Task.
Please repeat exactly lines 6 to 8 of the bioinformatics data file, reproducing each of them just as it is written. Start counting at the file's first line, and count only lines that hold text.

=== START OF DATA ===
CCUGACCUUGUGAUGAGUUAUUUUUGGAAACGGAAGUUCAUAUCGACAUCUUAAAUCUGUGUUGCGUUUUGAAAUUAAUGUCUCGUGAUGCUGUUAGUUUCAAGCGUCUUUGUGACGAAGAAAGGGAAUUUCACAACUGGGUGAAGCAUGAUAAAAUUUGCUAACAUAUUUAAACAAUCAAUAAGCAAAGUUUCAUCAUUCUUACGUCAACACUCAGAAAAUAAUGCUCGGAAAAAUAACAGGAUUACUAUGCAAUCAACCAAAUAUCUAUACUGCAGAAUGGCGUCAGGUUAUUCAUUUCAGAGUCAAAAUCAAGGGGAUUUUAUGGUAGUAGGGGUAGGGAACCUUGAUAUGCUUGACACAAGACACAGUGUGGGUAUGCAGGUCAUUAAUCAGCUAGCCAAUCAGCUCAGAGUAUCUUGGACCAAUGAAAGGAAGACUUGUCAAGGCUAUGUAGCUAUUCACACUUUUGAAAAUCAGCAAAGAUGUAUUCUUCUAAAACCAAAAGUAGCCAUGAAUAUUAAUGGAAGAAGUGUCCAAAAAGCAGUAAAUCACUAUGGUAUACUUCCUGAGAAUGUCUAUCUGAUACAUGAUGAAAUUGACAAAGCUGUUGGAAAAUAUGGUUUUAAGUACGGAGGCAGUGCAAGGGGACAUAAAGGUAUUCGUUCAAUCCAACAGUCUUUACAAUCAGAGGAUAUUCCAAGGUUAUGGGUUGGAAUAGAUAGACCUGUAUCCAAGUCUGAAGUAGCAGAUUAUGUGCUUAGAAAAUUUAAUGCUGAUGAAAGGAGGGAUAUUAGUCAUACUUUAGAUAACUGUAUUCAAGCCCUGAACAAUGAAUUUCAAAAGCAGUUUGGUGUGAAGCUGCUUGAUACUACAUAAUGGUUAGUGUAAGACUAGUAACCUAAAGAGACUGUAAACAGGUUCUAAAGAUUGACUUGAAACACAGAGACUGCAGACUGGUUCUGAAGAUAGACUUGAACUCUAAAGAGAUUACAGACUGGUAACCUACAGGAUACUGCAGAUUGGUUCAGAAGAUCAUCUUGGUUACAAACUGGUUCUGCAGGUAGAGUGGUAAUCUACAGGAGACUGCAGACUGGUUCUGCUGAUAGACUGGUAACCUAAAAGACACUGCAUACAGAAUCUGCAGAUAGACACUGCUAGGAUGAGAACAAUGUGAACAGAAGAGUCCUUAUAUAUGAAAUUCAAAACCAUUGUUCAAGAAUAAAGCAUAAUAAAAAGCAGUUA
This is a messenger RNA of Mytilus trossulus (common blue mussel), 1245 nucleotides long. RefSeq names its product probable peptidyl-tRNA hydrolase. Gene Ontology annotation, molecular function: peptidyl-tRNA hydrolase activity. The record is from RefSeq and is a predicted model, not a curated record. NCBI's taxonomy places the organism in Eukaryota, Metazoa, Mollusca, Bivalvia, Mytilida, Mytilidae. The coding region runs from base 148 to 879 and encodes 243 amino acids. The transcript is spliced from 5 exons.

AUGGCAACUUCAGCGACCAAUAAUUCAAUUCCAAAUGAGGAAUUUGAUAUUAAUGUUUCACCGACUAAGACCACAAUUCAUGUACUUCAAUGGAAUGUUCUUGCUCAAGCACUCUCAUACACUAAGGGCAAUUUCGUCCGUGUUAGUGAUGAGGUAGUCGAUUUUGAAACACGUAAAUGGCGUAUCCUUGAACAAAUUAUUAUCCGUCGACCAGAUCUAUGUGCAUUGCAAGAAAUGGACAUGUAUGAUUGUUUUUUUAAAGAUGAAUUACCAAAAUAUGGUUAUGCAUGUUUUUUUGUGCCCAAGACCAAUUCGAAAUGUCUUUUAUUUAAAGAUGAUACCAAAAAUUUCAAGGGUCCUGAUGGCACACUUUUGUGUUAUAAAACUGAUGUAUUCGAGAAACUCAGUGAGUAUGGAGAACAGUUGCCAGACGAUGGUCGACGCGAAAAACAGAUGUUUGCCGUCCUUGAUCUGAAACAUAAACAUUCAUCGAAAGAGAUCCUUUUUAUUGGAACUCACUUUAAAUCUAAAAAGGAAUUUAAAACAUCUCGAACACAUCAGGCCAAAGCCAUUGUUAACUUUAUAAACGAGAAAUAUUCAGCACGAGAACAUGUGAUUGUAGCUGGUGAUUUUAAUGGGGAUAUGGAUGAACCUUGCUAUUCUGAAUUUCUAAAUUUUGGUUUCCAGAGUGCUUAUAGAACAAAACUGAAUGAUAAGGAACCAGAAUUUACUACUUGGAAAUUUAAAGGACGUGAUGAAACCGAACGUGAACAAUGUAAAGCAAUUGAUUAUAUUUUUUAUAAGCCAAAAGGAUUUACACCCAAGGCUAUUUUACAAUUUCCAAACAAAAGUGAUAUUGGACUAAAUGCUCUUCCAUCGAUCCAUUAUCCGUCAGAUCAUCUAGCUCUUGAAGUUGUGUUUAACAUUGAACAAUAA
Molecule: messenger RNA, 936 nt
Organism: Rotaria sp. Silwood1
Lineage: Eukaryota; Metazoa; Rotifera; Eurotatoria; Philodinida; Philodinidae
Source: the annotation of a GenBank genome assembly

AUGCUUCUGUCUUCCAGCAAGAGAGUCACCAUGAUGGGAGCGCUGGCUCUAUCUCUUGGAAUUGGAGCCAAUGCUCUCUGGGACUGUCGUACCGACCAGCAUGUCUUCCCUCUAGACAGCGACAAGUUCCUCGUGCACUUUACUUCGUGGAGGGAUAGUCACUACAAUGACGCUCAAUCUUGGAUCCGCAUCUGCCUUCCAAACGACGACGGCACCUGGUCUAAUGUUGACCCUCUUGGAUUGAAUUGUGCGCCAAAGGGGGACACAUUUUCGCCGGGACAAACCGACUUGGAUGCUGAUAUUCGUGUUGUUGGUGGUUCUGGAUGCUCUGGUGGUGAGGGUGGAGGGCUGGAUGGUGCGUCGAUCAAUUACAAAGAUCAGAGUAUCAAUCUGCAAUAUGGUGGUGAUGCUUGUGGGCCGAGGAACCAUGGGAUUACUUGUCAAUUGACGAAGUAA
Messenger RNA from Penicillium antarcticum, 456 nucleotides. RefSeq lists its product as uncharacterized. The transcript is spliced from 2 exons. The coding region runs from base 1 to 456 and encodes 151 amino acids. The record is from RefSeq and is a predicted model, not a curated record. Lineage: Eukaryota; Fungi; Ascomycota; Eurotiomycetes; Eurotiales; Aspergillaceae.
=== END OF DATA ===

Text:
Lineage: Eukaryota; Metazoa; Rotifera; Eurotatoria; Philodinida; Philodinidae
Source: the annotation of a GenBank genome assembly

AUGCUUCUGUCUUCCAGCAAGAGAGUCACCAUGAUGGGAGCGCUGGCUCUAUCUCUUGGAAUUGGAGCCAAUGCUCUCUGGGACUGUCGUACCGACCAGCAUGUCUUCCCUCUAGACAGCGACAAGUUCCUCGUGCACUUUACUUCGUGGAGGGAUAGUCACUACAAUGACGCUCAAUCUUGGAUCCGCAUCUGCCUUCCAAACGACGACGGCACCUGGUCUAAUGUUGACCCUCUUGGAUUGAAUUGUGCGCCAAAGGGGGACACAUUUUCGCCGGGACAAACCGACUUGGAUGCUGAUAUUCGUGUUGUUGGUGGUUCUGGAUGCUCUGGUGGUGAGGGUGGAGGGCUGGAUGGUGCGUCGAUCAAUUACAAAGAUCAGAGUAUCAAUCUGCAAUAUGGUGGUGAUGCUUGUGGGCCGAGGAACCAUGGGAUUACUUGUCAAUUGACGAAGUAA